Pharmacogenomics, or the study of the genetic variation in drug response, has recently shown mixed results in terms of clinical and economical value. More evidence is needed to better understand the best way to utilize pharmacogenomics, however, there are many applications that are clinically relevant today.


Personalized medicine and the field of specialty drugs in general continues to show promise in providing therapies for cancer, autoimmune disorders, and many more. Below, we will discuss examples of evidence supporting pharmacogenomics.

 

Cardiovascular Drugs

Coumadin (warfarin) is one of the oldest and most widely used anticoagulants in the country. Because of its narrow therapeutic index, where prescribers must balance the chance of clotting versus the risk of bleeding, warfarin dosing is critical to get right for each patient. Testing patients for CYP2C9 and VKORC1 variants can help make more informed dosing decisions during patient therapy, although guidelines do not currently support routine testing of patients.


Plavix (clopidogrel) is another critical cardiovascular medication that is important in preventing heart attacks and strokes. Patients that are poor metabolizers of CYP2C19 may not respond well to clopidogrel, leading to worsened clinical outcomes.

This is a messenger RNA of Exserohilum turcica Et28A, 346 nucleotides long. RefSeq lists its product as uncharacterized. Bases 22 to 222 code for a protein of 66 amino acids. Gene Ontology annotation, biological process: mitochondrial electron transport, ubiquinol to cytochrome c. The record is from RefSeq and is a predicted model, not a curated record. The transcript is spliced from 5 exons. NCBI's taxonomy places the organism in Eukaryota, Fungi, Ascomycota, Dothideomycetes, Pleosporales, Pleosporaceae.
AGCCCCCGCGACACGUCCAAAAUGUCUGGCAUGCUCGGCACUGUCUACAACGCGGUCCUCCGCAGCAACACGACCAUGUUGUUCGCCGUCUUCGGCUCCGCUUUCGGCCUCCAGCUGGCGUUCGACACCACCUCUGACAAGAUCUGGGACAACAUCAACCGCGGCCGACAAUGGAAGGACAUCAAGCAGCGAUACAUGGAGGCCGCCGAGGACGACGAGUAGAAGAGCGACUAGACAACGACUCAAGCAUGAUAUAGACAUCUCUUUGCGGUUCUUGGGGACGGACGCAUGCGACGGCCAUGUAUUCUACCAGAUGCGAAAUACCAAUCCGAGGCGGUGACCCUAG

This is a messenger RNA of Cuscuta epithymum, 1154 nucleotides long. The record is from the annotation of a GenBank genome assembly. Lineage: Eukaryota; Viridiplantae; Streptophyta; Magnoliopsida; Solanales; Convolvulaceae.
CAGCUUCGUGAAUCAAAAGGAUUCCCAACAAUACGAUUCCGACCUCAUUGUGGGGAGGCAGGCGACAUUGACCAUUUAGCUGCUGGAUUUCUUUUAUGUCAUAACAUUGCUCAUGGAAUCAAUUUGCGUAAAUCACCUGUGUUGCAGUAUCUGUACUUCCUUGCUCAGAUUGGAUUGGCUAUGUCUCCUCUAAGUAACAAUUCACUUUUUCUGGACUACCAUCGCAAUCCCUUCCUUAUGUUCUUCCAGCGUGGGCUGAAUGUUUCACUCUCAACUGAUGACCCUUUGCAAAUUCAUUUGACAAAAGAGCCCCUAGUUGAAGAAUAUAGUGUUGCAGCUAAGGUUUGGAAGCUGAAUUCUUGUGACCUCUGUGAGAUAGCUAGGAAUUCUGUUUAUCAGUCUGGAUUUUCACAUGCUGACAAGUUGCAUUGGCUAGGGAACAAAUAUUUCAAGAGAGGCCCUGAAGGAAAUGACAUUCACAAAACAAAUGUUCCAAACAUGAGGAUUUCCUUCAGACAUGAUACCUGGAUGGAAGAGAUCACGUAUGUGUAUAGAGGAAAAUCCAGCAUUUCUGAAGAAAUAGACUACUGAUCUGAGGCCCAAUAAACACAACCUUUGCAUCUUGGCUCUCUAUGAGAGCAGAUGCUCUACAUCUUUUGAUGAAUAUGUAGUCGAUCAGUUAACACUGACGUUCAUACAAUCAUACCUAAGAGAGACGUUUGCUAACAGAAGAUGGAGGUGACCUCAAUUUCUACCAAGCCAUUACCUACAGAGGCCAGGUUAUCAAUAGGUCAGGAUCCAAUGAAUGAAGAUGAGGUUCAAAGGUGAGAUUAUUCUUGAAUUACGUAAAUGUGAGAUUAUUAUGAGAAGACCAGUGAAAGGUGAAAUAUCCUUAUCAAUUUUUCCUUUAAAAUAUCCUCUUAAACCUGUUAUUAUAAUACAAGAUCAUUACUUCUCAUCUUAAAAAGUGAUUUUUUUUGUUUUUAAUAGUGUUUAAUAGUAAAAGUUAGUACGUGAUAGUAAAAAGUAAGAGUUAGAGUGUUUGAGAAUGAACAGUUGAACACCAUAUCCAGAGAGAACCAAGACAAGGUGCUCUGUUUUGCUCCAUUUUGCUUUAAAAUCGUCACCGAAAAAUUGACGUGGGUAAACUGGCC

Infectious Disease Drugs

One commonly tested genetic variant for HIV medications is abacavir. HLA-B*5701 is strongly recommended to be tested prior to beginning abacavir regimens. HLA-B*5701 positive patients should not be prescribed abacavir due to a significantly higher risk of side effects including fever, rash, and other hypersensitivity reactions.

 

Oncology Drugs

Several oncology regimens are dependent on pharmacogenomic testing to guide therapy. Both the tumor and the patient’s genetics must be taken into consideration for optimal care. Regimens that are especially impacted by pharmacogenomics include irinotecan, erlotinib, and trastuzumab.

 

To summarize, several advances have been made in pharmacogenomics over the last couple of decades, however, much more work is needed to understand the true value of pharmacogenomics for optimal clinical and economical outcomes. As medical care becomes more advanced, specialized, and complex, pharmacogenomics will be increasingly relied upon. As a pharmacist, pharmacogenomics is an exciting field that I look forward to being actively engaged with in the future. 

Source: Genomics and Drug Response, NEJM